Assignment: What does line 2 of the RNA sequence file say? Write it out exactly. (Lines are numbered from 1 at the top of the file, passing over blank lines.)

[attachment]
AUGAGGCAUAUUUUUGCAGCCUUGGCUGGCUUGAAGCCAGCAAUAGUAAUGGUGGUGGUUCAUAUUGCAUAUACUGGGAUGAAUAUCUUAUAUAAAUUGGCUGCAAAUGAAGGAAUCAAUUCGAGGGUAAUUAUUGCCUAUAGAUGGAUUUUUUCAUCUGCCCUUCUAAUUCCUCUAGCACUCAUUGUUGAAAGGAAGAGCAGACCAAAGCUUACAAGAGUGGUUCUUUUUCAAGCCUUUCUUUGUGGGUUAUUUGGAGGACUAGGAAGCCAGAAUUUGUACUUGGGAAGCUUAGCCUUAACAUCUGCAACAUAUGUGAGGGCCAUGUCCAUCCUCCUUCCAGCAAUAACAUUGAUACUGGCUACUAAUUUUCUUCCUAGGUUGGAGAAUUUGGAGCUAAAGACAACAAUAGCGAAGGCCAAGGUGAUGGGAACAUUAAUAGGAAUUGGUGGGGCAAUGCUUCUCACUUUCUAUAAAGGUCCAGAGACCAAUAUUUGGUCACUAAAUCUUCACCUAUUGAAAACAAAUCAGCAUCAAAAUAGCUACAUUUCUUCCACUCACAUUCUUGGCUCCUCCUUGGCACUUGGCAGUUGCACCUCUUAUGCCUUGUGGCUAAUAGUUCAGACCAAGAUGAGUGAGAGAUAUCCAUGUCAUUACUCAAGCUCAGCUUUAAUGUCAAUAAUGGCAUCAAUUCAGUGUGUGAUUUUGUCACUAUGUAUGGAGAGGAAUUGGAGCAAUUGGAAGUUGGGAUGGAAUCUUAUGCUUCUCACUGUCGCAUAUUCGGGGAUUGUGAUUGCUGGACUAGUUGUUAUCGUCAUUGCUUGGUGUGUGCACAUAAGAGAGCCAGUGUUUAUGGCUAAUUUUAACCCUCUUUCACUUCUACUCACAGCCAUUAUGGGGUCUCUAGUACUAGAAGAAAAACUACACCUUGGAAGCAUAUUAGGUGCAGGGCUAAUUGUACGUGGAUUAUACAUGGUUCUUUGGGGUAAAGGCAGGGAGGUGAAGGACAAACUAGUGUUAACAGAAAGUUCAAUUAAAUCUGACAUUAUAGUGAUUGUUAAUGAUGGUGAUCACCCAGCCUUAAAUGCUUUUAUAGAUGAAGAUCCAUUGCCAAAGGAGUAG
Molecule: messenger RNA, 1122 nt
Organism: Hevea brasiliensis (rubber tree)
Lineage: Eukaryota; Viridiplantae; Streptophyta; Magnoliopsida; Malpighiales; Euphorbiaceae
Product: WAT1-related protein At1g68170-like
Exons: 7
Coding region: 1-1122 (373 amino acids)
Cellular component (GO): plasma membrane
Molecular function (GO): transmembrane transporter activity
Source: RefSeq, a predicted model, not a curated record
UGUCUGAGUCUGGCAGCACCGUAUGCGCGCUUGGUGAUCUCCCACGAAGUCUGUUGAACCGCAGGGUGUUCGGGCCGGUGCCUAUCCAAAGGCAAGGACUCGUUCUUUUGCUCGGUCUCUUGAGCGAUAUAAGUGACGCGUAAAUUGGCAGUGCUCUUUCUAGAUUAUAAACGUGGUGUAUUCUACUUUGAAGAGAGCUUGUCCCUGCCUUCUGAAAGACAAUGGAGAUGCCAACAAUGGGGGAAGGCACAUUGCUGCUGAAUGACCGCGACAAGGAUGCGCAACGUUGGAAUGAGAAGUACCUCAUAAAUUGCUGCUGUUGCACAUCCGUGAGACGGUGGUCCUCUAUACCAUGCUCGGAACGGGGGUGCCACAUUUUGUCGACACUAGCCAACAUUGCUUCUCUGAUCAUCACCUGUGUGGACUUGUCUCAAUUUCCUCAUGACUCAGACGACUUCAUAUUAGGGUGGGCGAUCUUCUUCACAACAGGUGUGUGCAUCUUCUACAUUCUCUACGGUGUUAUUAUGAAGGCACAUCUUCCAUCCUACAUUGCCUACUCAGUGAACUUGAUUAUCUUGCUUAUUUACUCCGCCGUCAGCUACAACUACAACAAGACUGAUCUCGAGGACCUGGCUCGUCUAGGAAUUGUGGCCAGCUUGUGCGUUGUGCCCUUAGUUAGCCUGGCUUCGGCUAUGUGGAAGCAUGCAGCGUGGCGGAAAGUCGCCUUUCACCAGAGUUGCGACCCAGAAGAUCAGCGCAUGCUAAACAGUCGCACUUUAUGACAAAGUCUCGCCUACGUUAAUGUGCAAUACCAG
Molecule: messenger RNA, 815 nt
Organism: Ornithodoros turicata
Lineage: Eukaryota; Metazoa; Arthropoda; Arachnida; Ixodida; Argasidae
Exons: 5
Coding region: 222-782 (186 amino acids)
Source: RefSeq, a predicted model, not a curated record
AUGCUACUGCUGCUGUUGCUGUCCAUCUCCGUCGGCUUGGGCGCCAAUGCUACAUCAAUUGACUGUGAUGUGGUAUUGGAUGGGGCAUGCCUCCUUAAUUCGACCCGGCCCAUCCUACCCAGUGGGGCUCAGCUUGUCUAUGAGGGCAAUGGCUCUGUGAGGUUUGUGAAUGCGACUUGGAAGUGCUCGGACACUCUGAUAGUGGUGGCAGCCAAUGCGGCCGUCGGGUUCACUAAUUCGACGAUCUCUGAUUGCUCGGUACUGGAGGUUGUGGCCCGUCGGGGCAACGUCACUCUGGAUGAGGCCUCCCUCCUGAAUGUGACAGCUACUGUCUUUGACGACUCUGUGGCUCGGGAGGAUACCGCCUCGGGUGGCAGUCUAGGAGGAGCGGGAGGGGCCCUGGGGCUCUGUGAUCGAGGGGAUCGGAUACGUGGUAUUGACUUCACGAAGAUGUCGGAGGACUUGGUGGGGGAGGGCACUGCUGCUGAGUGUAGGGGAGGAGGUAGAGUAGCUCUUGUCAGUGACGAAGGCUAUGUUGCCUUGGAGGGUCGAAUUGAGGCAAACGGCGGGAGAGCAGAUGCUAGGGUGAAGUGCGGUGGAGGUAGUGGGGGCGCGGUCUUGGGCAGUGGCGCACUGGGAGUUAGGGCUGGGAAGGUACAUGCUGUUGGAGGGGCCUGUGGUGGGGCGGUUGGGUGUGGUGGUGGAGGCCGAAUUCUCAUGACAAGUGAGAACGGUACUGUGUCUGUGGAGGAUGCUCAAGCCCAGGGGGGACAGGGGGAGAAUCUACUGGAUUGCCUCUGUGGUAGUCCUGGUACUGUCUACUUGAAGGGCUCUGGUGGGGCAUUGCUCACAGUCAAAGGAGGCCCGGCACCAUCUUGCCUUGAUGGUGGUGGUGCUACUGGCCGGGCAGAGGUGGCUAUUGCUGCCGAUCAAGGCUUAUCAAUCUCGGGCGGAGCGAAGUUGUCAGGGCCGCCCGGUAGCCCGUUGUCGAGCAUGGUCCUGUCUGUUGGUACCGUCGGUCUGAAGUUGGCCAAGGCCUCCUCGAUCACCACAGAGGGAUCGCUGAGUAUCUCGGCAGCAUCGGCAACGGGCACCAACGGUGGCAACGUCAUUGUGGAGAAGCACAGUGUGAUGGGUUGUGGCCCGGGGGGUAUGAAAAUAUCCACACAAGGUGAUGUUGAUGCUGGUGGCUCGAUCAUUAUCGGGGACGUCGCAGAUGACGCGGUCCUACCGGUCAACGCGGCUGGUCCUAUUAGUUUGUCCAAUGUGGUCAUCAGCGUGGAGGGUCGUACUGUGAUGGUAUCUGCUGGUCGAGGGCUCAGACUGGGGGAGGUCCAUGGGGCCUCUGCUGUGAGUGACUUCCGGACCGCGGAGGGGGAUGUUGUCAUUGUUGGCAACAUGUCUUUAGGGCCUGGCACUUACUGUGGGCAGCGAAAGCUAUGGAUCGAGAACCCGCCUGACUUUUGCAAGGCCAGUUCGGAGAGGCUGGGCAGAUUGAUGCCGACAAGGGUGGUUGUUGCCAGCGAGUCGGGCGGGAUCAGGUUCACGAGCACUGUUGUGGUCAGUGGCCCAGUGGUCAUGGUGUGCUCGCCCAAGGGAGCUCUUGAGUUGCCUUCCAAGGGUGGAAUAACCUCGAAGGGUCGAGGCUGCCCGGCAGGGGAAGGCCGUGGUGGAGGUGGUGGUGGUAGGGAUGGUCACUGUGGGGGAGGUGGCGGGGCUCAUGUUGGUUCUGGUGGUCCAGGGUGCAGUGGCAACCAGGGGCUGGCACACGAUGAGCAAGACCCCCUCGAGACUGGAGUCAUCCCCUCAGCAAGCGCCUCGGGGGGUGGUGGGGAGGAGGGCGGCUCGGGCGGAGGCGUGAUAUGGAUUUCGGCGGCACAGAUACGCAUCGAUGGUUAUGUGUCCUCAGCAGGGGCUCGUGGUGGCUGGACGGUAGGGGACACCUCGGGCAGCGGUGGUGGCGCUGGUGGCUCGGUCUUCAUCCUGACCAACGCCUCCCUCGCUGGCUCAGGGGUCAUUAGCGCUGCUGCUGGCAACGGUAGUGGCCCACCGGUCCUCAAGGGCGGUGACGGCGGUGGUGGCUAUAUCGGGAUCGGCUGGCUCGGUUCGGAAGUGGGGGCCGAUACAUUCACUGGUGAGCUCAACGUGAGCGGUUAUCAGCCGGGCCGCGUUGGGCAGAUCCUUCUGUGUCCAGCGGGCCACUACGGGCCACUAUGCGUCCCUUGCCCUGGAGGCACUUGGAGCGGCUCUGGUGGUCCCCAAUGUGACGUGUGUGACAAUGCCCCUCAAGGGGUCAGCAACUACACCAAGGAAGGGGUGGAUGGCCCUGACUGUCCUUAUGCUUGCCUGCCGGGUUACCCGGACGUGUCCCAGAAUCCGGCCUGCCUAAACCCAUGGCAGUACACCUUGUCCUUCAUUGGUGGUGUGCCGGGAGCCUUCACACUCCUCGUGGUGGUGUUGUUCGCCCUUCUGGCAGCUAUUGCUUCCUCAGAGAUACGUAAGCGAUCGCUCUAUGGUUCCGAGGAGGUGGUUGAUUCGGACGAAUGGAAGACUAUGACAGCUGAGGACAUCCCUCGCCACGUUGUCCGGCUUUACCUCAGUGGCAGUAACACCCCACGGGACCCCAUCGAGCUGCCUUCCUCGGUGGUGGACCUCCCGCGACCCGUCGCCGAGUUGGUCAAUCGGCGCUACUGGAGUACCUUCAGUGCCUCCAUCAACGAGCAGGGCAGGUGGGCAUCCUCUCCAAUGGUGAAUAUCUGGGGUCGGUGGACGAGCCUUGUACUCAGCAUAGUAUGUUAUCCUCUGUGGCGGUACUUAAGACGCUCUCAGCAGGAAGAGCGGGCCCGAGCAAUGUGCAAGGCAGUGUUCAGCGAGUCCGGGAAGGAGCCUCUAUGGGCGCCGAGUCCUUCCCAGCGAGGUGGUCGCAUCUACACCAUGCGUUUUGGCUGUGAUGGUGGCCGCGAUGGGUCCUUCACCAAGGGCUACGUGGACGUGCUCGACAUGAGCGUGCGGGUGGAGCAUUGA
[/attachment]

Molecule: messenger RNA, 1122 nt